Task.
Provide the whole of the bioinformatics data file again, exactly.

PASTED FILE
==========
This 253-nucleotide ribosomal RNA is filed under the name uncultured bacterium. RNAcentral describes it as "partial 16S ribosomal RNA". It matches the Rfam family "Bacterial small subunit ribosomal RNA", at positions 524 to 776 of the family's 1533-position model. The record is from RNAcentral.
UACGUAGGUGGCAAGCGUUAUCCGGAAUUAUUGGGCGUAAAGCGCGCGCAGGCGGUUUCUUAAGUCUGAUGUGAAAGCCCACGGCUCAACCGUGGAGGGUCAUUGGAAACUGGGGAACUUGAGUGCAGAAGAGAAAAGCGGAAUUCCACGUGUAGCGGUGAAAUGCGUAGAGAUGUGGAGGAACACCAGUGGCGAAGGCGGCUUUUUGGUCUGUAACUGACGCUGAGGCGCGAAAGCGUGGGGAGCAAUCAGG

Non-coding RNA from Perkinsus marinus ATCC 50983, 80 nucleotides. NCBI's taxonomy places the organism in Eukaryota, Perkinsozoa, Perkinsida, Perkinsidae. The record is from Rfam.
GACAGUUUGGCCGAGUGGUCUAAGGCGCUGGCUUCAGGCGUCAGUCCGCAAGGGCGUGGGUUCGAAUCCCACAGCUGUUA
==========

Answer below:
This 253-nucleotide ribosomal RNA is filed under the name uncultured bacterium. RNAcentral describes it as "partial 16S ribosomal RNA". It matches the Rfam family "Bacterial small subunit ribosomal RNA", at positions 524 to 776 of the family's 1533-position model. The record is from RNAcentral.
UACGUAGGUGGCAAGCGUUAUCCGGAAUUAUUGGGCGUAAAGCGCGCGCAGGCGGUUUCUUAAGUCUGAUGUGAAAGCCCACGGCUCAACCGUGGAGGGUCAUUGGAAACUGGGGAACUUGAGUGCAGAAGAGAAAAGCGGAAUUCCACGUGUAGCGGUGAAAUGCGUAGAGAUGUGGAGGAACACCAGUGGCGAAGGCGGCUUUUUGGUCUGUAACUGACGCUGAGGCGCGAAAGCGUGGGGAGCAAUCAGG

Non-coding RNA from Perkinsus marinus ATCC 50983, 80 nucleotides. NCBI's taxonomy places the organism in Eukaryota, Perkinsozoa, Perkinsida, Perkinsidae. The record is from Rfam.
GACAGUUUGGCCGAGUGGUCUAAGGCGCUGGCUUCAGGCGUCAGUCCGCAAGGGCGUGGGUUCGAAUCCCACAGCUGUUA